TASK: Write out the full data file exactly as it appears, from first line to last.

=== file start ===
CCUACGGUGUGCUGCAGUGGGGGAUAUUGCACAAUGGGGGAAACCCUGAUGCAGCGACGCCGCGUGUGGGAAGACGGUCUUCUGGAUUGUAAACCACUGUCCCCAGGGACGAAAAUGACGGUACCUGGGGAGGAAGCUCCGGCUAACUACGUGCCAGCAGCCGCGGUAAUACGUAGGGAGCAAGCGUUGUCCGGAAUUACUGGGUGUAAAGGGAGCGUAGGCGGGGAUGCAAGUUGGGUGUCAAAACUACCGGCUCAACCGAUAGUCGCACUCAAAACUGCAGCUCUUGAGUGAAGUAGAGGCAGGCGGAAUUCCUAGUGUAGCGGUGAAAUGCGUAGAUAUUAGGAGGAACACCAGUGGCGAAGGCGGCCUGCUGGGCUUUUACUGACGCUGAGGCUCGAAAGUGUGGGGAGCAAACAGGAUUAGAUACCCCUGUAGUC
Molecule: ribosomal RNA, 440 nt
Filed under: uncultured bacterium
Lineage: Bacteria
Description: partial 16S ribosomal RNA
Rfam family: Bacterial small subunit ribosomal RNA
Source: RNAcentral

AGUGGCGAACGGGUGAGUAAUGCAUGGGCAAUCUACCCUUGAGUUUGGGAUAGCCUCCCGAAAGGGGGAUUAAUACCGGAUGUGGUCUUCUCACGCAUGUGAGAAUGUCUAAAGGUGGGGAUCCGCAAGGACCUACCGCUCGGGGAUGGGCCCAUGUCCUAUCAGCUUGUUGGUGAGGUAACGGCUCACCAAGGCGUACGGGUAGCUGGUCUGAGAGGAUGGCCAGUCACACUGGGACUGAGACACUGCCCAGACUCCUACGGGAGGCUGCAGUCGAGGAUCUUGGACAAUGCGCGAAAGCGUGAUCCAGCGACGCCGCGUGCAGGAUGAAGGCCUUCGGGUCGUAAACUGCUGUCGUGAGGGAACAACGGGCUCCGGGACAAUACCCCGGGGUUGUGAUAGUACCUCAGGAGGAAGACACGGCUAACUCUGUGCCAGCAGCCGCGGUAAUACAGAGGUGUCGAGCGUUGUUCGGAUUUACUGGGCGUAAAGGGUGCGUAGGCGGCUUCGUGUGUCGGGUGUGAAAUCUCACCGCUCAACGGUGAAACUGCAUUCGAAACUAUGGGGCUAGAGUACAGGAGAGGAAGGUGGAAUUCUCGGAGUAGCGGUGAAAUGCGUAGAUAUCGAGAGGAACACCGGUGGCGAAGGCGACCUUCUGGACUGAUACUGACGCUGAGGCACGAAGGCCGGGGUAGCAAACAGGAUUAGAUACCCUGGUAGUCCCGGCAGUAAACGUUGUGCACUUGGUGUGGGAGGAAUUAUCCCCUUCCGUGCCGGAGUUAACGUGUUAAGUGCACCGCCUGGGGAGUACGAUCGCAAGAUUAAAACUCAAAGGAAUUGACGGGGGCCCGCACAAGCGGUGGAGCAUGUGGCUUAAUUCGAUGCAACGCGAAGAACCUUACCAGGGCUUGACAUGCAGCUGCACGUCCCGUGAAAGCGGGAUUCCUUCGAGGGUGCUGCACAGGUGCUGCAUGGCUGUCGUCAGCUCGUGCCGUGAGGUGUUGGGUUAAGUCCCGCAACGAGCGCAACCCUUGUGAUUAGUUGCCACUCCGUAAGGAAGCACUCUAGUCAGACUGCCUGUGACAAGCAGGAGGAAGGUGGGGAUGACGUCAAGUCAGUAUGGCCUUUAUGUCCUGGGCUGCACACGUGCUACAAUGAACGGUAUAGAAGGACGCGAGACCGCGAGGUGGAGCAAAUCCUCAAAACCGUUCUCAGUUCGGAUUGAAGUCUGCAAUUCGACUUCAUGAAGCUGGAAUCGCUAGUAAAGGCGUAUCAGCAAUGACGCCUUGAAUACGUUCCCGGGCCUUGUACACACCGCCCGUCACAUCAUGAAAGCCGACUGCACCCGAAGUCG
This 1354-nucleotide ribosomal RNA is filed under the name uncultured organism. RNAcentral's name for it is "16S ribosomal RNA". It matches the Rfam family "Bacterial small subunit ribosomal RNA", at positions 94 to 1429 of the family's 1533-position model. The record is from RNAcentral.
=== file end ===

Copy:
CCUACGGUGUGCUGCAGUGGGGGAUAUUGCACAAUGGGGGAAACCCUGAUGCAGCGACGCCGCGUGUGGGAAGACGGUCUUCUGGAUUGUAAACCACUGUCCCCAGGGACGAAAAUGACGGUACCUGGGGAGGAAGCUCCGGCUAACUACGUGCCAGCAGCCGCGGUAAUACGUAGGGAGCAAGCGUUGUCCGGAAUUACUGGGUGUAAAGGGAGCGUAGGCGGGGAUGCAAGUUGGGUGUCAAAACUACCGGCUCAACCGAUAGUCGCACUCAAAACUGCAGCUCUUGAGUGAAGUAGAGGCAGGCGGAAUUCCUAGUGUAGCGGUGAAAUGCGUAGAUAUUAGGAGGAACACCAGUGGCGAAGGCGGCCUGCUGGGCUUUUACUGACGCUGAGGCUCGAAAGUGUGGGGAGCAAACAGGAUUAGAUACCCCUGUAGUC
Molecule: ribosomal RNA, 440 nt
Filed under: uncultured bacterium
Lineage: Bacteria
Description: partial 16S ribosomal RNA
Rfam family: Bacterial small subunit ribosomal RNA
Source: RNAcentral

AGUGGCGAACGGGUGAGUAAUGCAUGGGCAAUCUACCCUUGAGUUUGGGAUAGCCUCCCGAAAGGGGGAUUAAUACCGGAUGUGGUCUUCUCACGCAUGUGAGAAUGUCUAAAGGUGGGGAUCCGCAAGGACCUACCGCUCGGGGAUGGGCCCAUGUCCUAUCAGCUUGUUGGUGAGGUAACGGCUCACCAAGGCGUACGGGUAGCUGGUCUGAGAGGAUGGCCAGUCACACUGGGACUGAGACACUGCCCAGACUCCUACGGGAGGCUGCAGUCGAGGAUCUUGGACAAUGCGCGAAAGCGUGAUCCAGCGACGCCGCGUGCAGGAUGAAGGCCUUCGGGUCGUAAACUGCUGUCGUGAGGGAACAACGGGCUCCGGGACAAUACCCCGGGGUUGUGAUAGUACCUCAGGAGGAAGACACGGCUAACUCUGUGCCAGCAGCCGCGGUAAUACAGAGGUGUCGAGCGUUGUUCGGAUUUACUGGGCGUAAAGGGUGCGUAGGCGGCUUCGUGUGUCGGGUGUGAAAUCUCACCGCUCAACGGUGAAACUGCAUUCGAAACUAUGGGGCUAGAGUACAGGAGAGGAAGGUGGAAUUCUCGGAGUAGCGGUGAAAUGCGUAGAUAUCGAGAGGAACACCGGUGGCGAAGGCGACCUUCUGGACUGAUACUGACGCUGAGGCACGAAGGCCGGGGUAGCAAACAGGAUUAGAUACCCUGGUAGUCCCGGCAGUAAACGUUGUGCACUUGGUGUGGGAGGAAUUAUCCCCUUCCGUGCCGGAGUUAACGUGUUAAGUGCACCGCCUGGGGAGUACGAUCGCAAGAUUAAAACUCAAAGGAAUUGACGGGGGCCCGCACAAGCGGUGGAGCAUGUGGCUUAAUUCGAUGCAACGCGAAGAACCUUACCAGGGCUUGACAUGCAGCUGCACGUCCCGUGAAAGCGGGAUUCCUUCGAGGGUGCUGCACAGGUGCUGCAUGGCUGUCGUCAGCUCGUGCCGUGAGGUGUUGGGUUAAGUCCCGCAACGAGCGCAACCCUUGUGAUUAGUUGCCACUCCGUAAGGAAGCACUCUAGUCAGACUGCCUGUGACAAGCAGGAGGAAGGUGGGGAUGACGUCAAGUCAGUAUGGCCUUUAUGUCCUGGGCUGCACACGUGCUACAAUGAACGGUAUAGAAGGACGCGAGACCGCGAGGUGGAGCAAAUCCUCAAAACCGUUCUCAGUUCGGAUUGAAGUCUGCAAUUCGACUUCAUGAAGCUGGAAUCGCUAGUAAAGGCGUAUCAGCAAUGACGCCUUGAAUACGUUCCCGGGCCUUGUACACACCGCCCGUCACAUCAUGAAAGCCGACUGCACCCGAAGUCG
This 1354-nucleotide ribosomal RNA is filed under the name uncultured organism. RNAcentral's name for it is "16S ribosomal RNA". It matches the Rfam family "Bacterial small subunit ribosomal RNA", at positions 94 to 1429 of the family's 1533-position model. The record is from RNAcentral.